Metal Gear Rising Revengeance, or How I Learned to Stop Worrying and Love the Game
Metal Gear Rising was something of a sore point for me, as one of my old articles will tell you. Yet here I am, watching anything and everything I can about the game, eagerly awaiting getting some hands on experience with the game come the Zone of the Enders HD Collection later this year (which, by the way, is one of my most anticipated games this year because Zone of the Enders is downright fantastic). What changed in the time since the new style was revealed and now? Quite frankly, I did. As the title says I learned to stop worrying and love the game.
I’ve always been a fan of setting separate things in the same universe, providing a continuity and real sense of cohesion to a universe. Films like Quentin Tarentino’s library, and most recently Prometheus in the Alien universe all sharing a history lend a certain aura and sense of scale and weight to the actions and implications of what we directly witness, the thought that what we see will have implications in a completely different film without it having to be a sequel has always been a great idea to me. Granted we see this less in the gaming world, with in universe things often bearing the same name and generally being in the same vain as the main series, though it does sometimes happen. Nier, for example, was set in the same universe as one of the alternate endings of Drakengard, a fact that will have escaped most of the people who played either. Both are very different games, both have very different themes and both play drastically differently, and I loved it. Yet Metal Gear Rising was doing all of these things but I wasn’t a fan.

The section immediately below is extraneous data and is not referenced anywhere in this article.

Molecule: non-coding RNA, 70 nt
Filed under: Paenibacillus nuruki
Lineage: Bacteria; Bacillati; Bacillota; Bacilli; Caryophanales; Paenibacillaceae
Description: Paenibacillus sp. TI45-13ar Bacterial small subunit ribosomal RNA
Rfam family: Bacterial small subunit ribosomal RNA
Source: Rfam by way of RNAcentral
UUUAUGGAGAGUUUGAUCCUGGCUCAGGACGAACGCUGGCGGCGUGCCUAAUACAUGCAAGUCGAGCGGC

Originally it was because of the name. It was still titling itself as a Metal Gear game, and in this industry a name carries a certain weight to it, but in no way was I willing to call it Metal Gear. We at least expect some sort of familiarity when we enter a new title with a familiar name, whether it plays similarly, as is the case with the majority of Final Fantasy games, or whether the story is in the same style and logic as the rest of the series, as was the case with Halo Wars. Yet here was a Metal Gear game that neither played, felt, looked or acted like a Metal Gear game. It was over the top in terms of action and violence, featured a story that didn’t seem to gel all that well with the canon and featured set pieces that seemed to directly disregard what the universe had already laid down as rules.
So you can understand why I was against the game at the start, but now that Ive started to see more and more of the game I have come to the conclusion that this is in fact within the Metal Gear universe, more than I initially realised. First I had to realise exactly what the Metal Gear universe was, and it wasn’t, as my knee-jerk reaction believed, just the numbered entries in the series. Twin Snakes is considered to be a canonical telling of MGS1 (though just what that canon entails is up for debate. Is it an actual telling of the Shadow Moses incident, is it Raiden undergoing a VR simulation of the Shadow Moses incident as alluded to in Sons of Liberty, or is it something else entirely?) yet it is over the top in the same way that Revengeance is. In Twin Snakes Solid Snake, the more down to Earth of the Metal Gear protagonists, is seen leaping between bullets, jumping of missiles and performing acrobatic battle scenes to match, and better, a cyborg ninja. Point 1 to Revengeance, its action isn’t actually out of place.
The story was another sticking point of mine, with Revengeance seemingly stealing Raiden of his “happy” ending, but this seems to have been premature. I complained about him once again rtaking up the sword and abandoning his family without really giving thought to the title – “Revengance”. From what has been hinted at from what we’ve seen it would seem that Raiden has in fact been forced back onto this path rather than choosing it, it would seem that he was in fact happy with his wife and child but now has been pushed into seeking Revenge/Vengance. What this is we can’t yet say but it wouldn’t be a stretch to believe that his family is somehow involved. Point 2 to Revengence, it doesn’t ruin the “happy” ending, just steals it for a time.